Food, particularly cooking, has been one of the larger adjustments in Thailand. We’re not simply eating rice, but we do want to be eating rice enough that we are welcoming it as the culture that surrounds us. Western food is also generally available in town, but at a price, and often one I’m not willing to pay when there is next-t0-nothing rice offered alongside it.
Either way, it’s been an experiment. I’m learning to make things from scratch, including
bread: Delicious and relatively easy. And the extra dough gets made into cinnamon rolls, so you can’t go wrong…
falafel: Amazing, and when you make it yourself you can stuff it full of veggies, including carrots, cabbage, green onions, onions, and corn. and Stephen loves it, too 🙂
hummus: A little taste of home, but it requires tortillas or naan to go with it, and chickpeas soaked overnight and cooked for about an hour. quite an effort.
tortillas: So easy! even if I didn’t have to, I’d probably make these from scratch. I know what’s in them (and that it’s not preservatives), and they taste wonderful.
salsa: Not as good as Gena’s, but I stole a few techniques. I used fresh tomatoes, onions, and cilantro from the market, and aside from chopping everything up, it’s easy…
brownies: Easy to make, but hard to cook evenly in a toaster oven. It’s a good thing Stephen likes the raw batter.
cookies: Easy, but didn’t taste too good. Something between the Thai-tasting chocolate chips, using a oil-butter combo because butter is so expensive, and using the Thai version of brown sugar–it didn’t go as well as I’d hoped. The peanut butter cookies were better, but peanut butter is too expensive to enjoy them too often!
naan: A handful. After you make the dough and let it rise, then roll out about ten pieces and cook them individually, it’s a pretty warm kitchen. But it does taste wonderful with hummus and falafel.
cinnamon rolls: When you make a pan out of left-over bread dough, it’s perfect.
babaganoush: Didn’t quite taste like home. Quite a lot of effort to cook up the eggplant and mash it up with all the seeds and everything. And you have to have…
…tahini: Impossible without Stephen. The effort of crushing sesame seeds with a mortar & pestle was too much for me, but Stephen did well!
taco seasoning: The handy-dandy pre-mixed packets run about $3 each, so I make it myself. Unfortunately we don’t have all the right spices, and the chili powder (a key ingredient) is very much Thai chilies. It’s a little different, but it works, and when served with fresh tortillas and salsa, it works.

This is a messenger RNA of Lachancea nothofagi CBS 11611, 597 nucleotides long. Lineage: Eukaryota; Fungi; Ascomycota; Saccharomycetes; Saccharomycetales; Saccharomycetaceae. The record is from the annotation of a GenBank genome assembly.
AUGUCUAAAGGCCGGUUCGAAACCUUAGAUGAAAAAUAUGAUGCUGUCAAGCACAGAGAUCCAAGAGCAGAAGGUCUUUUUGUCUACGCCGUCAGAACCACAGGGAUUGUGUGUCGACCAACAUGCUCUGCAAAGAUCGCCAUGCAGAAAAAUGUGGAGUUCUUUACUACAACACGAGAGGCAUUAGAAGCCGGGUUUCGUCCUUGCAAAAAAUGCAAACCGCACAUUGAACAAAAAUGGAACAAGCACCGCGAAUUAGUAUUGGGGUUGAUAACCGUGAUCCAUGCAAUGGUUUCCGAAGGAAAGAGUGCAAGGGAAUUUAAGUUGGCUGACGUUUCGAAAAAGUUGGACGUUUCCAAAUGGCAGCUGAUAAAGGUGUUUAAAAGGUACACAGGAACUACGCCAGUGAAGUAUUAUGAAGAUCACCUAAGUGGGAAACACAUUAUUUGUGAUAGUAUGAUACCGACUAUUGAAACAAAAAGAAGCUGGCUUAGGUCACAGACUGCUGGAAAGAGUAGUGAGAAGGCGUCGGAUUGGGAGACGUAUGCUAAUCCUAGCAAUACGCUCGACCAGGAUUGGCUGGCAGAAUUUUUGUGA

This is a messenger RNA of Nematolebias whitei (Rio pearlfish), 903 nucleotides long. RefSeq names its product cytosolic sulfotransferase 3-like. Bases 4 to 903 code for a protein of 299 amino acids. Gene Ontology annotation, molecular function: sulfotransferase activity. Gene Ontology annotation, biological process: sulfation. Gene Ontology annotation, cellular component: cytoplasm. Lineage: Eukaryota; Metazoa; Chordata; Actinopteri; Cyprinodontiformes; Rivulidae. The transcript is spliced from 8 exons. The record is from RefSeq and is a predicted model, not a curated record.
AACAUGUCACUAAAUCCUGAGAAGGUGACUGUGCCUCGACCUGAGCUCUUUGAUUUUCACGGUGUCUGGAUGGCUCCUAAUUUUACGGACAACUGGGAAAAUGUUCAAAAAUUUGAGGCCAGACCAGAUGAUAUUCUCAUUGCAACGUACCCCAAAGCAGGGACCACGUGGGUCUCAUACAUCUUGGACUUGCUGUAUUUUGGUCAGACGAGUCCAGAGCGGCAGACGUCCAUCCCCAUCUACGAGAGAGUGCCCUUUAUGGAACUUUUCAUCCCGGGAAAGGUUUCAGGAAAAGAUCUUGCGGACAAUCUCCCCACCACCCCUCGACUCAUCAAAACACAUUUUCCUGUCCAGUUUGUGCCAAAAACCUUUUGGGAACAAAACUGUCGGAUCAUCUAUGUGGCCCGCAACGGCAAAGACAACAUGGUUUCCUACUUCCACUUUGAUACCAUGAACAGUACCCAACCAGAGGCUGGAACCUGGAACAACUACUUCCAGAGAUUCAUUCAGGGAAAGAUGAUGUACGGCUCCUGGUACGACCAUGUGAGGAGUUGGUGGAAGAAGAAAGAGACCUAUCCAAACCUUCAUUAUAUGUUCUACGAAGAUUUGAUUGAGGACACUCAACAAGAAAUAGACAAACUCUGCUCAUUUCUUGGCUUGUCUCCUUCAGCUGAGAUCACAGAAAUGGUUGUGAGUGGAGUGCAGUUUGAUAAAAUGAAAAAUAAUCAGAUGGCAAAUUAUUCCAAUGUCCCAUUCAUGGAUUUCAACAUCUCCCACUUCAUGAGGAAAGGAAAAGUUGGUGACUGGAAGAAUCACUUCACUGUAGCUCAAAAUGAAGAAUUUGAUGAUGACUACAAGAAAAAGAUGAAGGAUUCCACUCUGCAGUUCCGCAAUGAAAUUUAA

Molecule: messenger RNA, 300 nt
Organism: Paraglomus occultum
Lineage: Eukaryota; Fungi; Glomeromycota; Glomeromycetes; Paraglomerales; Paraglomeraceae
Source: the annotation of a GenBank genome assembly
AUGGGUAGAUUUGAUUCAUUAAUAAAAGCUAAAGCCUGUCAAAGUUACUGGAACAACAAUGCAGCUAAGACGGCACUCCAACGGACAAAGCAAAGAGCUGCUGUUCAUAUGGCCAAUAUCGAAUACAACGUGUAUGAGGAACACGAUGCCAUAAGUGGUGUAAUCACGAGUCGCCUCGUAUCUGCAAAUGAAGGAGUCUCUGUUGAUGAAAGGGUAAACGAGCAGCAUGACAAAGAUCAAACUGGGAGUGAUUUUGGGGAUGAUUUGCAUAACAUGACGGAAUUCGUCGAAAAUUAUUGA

peanut sauce: This is one of Stephen’s favorite additions to rice & curry, but I have to mix it up myself. It’s pretty easy and tastes wonderful.
[After an hour or two of sweating in the kitchen with flour everywhere, I sometimes feel like I stepped out of Little House on the Prairie.]
On future menus: chocolate pudding, chili (I’ve been craving it, even in hot season), cornbread, root beer (?!…we’ve tossed around this idea because it’s so awful here, but I don’t think we’ll be able to pull off all the ingredients!).
I’m realizing how much meals have to be planned in advance, from soaking the chickpeas or black beans overnight, chopping up the pumpkin, letting the dough rise, etc.
[A side note: After I soaked the chickpeas overnight the first time, I had to pick out a few bugs and sticks that floated to the surface. This didn’t worry me too much since I’d bought them at the market. I did the same on Monday when I soaked my third batch of chickpeas…but that’s when I realized I didn’t do this the second time. So were there no bugs, or did we just eat them all?!]
I’m also finding that the simplest meal of rice and curry takes at least an hour to get all the vegetables chopped and into a curry consistency. And that’s only thanks to our rice cooker, because without that I’d have to take more time to make rice on our one burner.
And the most complicated meals, well, can take all day. Stephen discovered this last Saturday when he helped me make tahini at 9am and then spent half the day over the mortar & pestle mashing sesame seeds, chickpeas, eggplant, garlic, and more chickpeas.
Some simple, easy things we’re discovering:
cabbage. Cooked or raw, plain or mixed into…well, anything. Stephen even likes it in curries or boiled as a side dish.
papaya. Yummm. So good, so easy. And we have a papaya tree growing in our yard! We’re faithfully watering it in hopes to have our own fruit next year. It could save us…well, like four dollars or something not-so-significant, but it would fun to have!